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Geography of the Egypt

Map Page 1114
Area 622,272 square mile (1,001,450 square kilometer)
Population 70,712,345 (2002)
Capital Cairo
Highest Point 8,625 foot (2,629 meter)
Lowest Point -436 foot (-133 meter)
GDP per capita $3,700
Primary Natural Resources cotton, rice, corn.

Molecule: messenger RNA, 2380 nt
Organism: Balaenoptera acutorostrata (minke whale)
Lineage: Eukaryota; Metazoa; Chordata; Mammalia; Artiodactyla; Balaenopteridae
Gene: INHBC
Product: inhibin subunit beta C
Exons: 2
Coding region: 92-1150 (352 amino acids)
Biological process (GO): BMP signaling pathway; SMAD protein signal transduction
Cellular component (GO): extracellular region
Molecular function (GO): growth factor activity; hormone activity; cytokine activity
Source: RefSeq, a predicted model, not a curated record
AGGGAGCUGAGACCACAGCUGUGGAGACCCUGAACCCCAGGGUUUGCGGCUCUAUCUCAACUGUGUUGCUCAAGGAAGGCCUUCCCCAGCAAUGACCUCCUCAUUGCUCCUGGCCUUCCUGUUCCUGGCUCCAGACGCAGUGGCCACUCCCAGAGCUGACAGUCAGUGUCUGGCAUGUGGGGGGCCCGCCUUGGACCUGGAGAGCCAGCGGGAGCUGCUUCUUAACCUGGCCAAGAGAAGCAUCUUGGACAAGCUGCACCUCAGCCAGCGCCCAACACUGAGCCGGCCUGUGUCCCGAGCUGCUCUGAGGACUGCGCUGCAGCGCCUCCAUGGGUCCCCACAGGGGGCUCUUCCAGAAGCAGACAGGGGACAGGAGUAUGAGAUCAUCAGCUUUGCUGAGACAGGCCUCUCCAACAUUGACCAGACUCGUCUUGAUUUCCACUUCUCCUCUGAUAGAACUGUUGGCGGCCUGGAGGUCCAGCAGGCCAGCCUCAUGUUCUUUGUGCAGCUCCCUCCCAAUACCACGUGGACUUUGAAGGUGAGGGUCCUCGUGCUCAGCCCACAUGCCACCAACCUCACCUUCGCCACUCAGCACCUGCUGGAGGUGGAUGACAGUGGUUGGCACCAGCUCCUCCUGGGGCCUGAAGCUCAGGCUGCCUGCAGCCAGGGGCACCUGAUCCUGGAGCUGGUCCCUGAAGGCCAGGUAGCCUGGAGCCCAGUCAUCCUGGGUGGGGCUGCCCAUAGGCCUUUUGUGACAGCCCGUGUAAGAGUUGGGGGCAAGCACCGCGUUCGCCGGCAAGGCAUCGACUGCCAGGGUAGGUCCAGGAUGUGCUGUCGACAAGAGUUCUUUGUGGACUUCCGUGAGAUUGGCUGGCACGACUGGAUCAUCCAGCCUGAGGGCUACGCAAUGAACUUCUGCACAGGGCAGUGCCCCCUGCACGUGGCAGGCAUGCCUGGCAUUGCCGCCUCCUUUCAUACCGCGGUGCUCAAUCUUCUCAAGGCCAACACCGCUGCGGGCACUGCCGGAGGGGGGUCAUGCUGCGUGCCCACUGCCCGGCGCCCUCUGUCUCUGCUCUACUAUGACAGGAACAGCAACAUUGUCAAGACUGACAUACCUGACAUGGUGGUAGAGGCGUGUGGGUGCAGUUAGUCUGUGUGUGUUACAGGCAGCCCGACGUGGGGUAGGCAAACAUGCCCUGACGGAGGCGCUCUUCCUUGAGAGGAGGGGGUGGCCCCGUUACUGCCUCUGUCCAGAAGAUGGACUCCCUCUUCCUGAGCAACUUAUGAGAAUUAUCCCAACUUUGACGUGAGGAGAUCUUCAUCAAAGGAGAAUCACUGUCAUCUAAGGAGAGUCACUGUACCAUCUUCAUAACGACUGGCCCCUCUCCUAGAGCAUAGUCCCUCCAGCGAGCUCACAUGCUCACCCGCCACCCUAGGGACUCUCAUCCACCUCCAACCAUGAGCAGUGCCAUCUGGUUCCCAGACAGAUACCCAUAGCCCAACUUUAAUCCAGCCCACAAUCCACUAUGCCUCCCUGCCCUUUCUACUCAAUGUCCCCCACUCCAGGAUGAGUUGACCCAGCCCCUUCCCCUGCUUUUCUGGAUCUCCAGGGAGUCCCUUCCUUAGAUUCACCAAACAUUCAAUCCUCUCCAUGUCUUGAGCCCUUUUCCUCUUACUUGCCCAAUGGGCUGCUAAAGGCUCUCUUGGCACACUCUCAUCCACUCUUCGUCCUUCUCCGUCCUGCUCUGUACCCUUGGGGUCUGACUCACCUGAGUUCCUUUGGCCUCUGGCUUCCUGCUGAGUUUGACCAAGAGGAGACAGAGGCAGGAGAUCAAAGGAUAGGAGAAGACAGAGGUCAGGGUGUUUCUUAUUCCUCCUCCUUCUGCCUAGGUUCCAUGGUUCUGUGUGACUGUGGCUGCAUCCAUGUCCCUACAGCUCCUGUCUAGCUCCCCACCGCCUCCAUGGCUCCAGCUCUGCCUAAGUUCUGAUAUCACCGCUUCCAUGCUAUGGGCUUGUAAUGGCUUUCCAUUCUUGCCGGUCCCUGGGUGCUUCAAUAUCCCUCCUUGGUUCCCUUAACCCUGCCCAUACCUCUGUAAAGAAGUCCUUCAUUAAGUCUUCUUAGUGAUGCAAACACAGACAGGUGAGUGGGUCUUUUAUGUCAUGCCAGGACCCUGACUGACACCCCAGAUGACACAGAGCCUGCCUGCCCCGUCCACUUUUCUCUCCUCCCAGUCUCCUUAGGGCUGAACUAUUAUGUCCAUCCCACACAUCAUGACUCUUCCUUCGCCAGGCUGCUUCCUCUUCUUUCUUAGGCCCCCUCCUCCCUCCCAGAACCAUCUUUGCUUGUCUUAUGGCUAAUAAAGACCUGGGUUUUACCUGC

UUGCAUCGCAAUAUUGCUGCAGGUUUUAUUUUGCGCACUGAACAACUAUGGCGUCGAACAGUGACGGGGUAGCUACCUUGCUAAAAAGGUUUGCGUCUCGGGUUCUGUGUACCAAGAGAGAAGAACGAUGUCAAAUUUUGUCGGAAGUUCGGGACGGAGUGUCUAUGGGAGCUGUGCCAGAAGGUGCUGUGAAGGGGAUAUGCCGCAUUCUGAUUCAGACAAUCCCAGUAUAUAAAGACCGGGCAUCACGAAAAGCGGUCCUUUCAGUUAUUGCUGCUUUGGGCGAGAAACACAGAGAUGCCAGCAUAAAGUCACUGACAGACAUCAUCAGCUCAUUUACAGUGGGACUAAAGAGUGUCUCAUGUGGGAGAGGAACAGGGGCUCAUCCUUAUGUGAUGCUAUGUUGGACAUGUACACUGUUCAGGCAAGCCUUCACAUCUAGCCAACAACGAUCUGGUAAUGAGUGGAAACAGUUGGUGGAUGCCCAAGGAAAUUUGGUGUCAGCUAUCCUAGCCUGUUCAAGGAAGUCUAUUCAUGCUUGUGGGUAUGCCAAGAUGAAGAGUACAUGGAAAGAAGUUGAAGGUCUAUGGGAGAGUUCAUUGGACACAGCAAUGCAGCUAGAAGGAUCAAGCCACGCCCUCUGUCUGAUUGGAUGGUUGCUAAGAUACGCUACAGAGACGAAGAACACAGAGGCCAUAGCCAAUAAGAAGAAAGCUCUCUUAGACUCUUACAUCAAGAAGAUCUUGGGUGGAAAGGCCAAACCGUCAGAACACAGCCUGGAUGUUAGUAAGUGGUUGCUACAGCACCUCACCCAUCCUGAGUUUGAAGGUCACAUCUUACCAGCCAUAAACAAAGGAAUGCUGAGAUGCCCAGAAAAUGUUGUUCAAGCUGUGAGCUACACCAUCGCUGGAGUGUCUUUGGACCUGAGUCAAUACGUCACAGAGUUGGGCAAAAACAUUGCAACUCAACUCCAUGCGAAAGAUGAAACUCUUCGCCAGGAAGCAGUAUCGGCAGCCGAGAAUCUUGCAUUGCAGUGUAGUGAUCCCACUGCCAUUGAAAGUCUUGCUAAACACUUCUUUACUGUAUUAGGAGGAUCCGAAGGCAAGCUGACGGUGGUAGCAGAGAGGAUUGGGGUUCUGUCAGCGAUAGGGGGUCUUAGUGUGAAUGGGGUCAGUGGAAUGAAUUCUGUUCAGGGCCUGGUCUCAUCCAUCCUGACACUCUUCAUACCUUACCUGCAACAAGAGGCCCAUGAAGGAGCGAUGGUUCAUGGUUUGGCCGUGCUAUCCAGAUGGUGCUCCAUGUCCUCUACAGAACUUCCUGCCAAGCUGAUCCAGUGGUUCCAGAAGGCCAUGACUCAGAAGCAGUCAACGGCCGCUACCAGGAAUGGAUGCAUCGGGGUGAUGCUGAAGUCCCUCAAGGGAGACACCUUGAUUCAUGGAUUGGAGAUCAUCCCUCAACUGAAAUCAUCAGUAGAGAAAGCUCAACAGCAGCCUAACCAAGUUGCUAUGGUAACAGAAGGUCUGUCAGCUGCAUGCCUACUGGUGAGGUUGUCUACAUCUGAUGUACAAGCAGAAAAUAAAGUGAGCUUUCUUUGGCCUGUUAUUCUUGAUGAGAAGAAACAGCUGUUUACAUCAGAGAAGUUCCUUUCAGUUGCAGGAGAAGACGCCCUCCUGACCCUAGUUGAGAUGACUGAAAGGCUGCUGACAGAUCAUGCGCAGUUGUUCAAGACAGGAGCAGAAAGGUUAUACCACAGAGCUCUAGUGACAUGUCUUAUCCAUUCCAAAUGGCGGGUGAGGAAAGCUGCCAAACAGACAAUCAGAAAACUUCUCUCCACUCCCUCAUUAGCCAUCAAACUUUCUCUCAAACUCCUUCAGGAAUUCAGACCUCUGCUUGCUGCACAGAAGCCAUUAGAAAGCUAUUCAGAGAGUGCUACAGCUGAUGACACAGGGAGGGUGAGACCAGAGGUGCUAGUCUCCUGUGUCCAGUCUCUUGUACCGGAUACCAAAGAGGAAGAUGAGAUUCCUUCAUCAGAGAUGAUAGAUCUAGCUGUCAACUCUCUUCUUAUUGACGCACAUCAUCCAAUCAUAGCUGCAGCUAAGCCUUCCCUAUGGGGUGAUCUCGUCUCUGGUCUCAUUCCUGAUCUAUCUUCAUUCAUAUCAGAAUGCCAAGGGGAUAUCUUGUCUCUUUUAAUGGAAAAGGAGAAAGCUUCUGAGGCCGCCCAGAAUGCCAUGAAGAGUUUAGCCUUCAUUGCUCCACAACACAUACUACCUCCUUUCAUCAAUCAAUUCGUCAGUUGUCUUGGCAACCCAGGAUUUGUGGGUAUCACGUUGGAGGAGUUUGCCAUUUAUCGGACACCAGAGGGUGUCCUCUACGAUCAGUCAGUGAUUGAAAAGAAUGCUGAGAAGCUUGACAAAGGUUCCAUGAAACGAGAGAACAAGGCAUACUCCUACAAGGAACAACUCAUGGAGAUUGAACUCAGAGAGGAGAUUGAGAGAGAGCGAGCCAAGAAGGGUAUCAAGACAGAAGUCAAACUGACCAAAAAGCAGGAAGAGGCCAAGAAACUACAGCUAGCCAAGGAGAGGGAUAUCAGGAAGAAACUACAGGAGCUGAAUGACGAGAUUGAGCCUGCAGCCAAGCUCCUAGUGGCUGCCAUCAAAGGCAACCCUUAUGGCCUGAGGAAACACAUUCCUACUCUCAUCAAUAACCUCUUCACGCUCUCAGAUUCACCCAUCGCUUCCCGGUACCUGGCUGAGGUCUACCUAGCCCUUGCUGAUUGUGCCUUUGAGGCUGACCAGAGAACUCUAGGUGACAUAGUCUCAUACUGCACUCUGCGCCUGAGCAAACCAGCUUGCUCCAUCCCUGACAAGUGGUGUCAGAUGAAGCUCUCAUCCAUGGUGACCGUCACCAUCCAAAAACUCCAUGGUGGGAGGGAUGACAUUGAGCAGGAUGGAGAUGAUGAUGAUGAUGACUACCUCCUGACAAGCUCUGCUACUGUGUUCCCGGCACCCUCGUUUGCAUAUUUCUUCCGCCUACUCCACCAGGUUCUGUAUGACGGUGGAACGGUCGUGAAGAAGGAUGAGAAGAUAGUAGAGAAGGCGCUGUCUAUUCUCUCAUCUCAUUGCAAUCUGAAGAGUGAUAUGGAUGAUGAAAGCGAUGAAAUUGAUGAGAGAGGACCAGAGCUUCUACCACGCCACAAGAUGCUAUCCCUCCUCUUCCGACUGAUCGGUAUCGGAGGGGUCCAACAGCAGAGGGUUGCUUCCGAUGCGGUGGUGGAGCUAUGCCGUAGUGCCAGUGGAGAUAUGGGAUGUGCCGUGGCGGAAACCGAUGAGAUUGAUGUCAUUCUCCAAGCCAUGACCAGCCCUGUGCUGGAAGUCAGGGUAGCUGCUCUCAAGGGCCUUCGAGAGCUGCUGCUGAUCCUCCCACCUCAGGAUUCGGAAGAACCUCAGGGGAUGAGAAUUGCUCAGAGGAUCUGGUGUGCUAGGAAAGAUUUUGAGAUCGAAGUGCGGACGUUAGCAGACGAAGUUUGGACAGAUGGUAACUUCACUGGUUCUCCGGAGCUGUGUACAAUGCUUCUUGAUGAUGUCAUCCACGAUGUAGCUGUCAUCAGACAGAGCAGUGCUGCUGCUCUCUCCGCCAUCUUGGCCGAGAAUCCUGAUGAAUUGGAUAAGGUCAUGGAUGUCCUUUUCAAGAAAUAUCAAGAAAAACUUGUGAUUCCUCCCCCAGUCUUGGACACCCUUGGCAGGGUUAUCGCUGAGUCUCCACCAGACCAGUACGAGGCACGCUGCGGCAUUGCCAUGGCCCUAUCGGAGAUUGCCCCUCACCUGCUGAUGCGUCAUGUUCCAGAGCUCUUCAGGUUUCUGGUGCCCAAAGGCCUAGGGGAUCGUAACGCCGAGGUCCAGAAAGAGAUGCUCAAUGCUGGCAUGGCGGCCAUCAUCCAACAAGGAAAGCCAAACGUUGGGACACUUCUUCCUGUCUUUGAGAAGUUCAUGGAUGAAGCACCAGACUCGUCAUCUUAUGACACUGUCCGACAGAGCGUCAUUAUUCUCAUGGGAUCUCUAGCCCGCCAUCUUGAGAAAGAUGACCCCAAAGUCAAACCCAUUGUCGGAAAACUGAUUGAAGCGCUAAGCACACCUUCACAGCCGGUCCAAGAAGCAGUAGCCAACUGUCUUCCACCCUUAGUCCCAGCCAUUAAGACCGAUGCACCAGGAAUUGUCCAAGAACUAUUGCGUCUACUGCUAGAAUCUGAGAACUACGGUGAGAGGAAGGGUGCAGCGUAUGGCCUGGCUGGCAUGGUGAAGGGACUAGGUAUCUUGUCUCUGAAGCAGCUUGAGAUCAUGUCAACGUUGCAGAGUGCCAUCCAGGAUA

Egypt has been a unified state for more than 5,000 years and is 1 of humanity’s oldest civilizations of great political systems and unique art and architecture. Centered on the Nile River, which drains the uplands of East Africa, early Egyptians worshiped the river that brought seasonal flooding and sediments to its river valley, annually rejuvenating its fields and orchards. As the most populated country in the Arab world, most of its 70 million residents live in Cairo and Alexandria, the river delta and valley, and along the Suez Canal. The remaining desert villages are associated with isolated oases and caravansary routes. The government has repeatedly tried to entice residents to move from the dense cities to rural settings; however, Egypt’s cities have continued to grow. The population density of Cairo (al-Qahirah) is the highest in the region and is exceeded globally only by mega-cities like Hong Kong, New York City, and Mumbai. With more than 350,000 people per square mile (136,000 per square kilometer) and a total population of more than 15 million residents, Cairo is bustling city of luxurious skyscrapers and tin hovels, separated by zigzagging passageways and broad boulevards, all cramped with buses, tourists, cars, vendors, taxis, businessmen, and occasional fruit-filled carts. It is a city of dichotomies, with discos and mosques, fruit stands and department stores side by side, all divided by the Nile, the world’s longest river during the rainy season. Once beyond the lush fringe of the Nile, the arid lands of Egypt are formidable. The harsh land is occupied by native Bedouins and undaunted explorers and researchers. Daytime summer temperatures in the western desert can reach 130 degrees F (55 degrees C) with relative humidity as low as 5 percent. Perpetually battered by the Sahara Desert’s desiccating winds, climatologists consider it 1 of the driest lands on Earth. Although its desert interior is hyper-arid, Egypt’s delta is lush, humid, and productive. Ninety percent of Egypt’s agriculture is confined to 3 percent of the land: the delta and the narrow belt that lines the Mediterranean Sea and the Nile River from Cairo to Aswan. Because of its increasing population and small farmlands, Egypt must import increasingly more vegetables and fruits, although agriculture remains an important sector of the economy, contributing 14 percent to the GDP and employing nearly 30 percent of the total employed population. Despite this land of extremes—very rich to destitute, very humid to hyper-dry, open deserts to cramped suburbs—Egypt remains famous for its cheerful and generous people, whose hospitality is as legendary as its pyramids. Since Egypt’s earliest known ruler Menes created the first pharaonic dynasty in 3100 Before Common Era, Egypt has continued to exert power throughout the region. As the kingdom expanded, monumental pyramids and temples were built, and repeated raids by Persians, Greeks, and Romans changed Egypt forever. Influence shifted from Memphis to Alexandria in 322 Before Common Era under Alexander the Great and became a mighty force on the Mediterranean Sea. The Ptolemaic rulers (like the renowned pair of Cleopatra and Marc Antony) guided Egypt until it was conquered by Arab marauders in 643 C.E. and converted into an Islamic state. Following the Arab invasion and a transfer of power to Cairo as its new center, Egypt was controlled by a series of Arab, Mamluke, and Ottoman caliphs, sultans, beys, and pashas. Ottoman Turks ruled from 1517 to 1882, with a brief interruption by French rule under Napoleon Bonaparte at the end of the 18th Century. Mohamed Ali, an Albanian officer in the Ottoman Army, was appointed pasha in 1805 and founded a dynasty that ruled the region, built the Suez Canal, and modernized Cairo. In 1952, the great-great grandson of Mohamed Ali, Farouk I, was defeated. However, it was after a skirmish with Ottoman troops in 1882 that the British successfully occupied Egypt until the kingdom declared its independence from England in 1922. The Egyptian government nonetheless, remained codependent on English ways and endured their use of Egypt for bases of operations during World War II. In 1948, Farouk was blamed for the loss in the war with the newly created state of Israel, leading to his defeat during a military coup led by Colonel Gamal Abdel Nasser in 1952. Nasser’s charisma complemented his strong leadership skills and a new brand of regional socialism. After his death in 1970, Anwar al- Sadat served as president until his assassination in 1981. Strong ties were forged between Egypt and other nations during this period, including the Soviet Union, which supported the two-year construction of the Aswan High Dam (Sa’ad al-A’ali) and the impoundment of Lake Nasser in 1970. After Sadat’s assassination by Islamic radicals, an Egyptian Air Force commander, Hosni Mubarak, was elected president. Into the 2000s, he has continued to support a number of Middle East peace accords, and his attempts to increase private sector involvement and investment in Egypt have proved successful so far. Mubarak has since been reelected 3 times, continuing to deal with national concerns of poverty, crime, overpopulation, and poor water resources.
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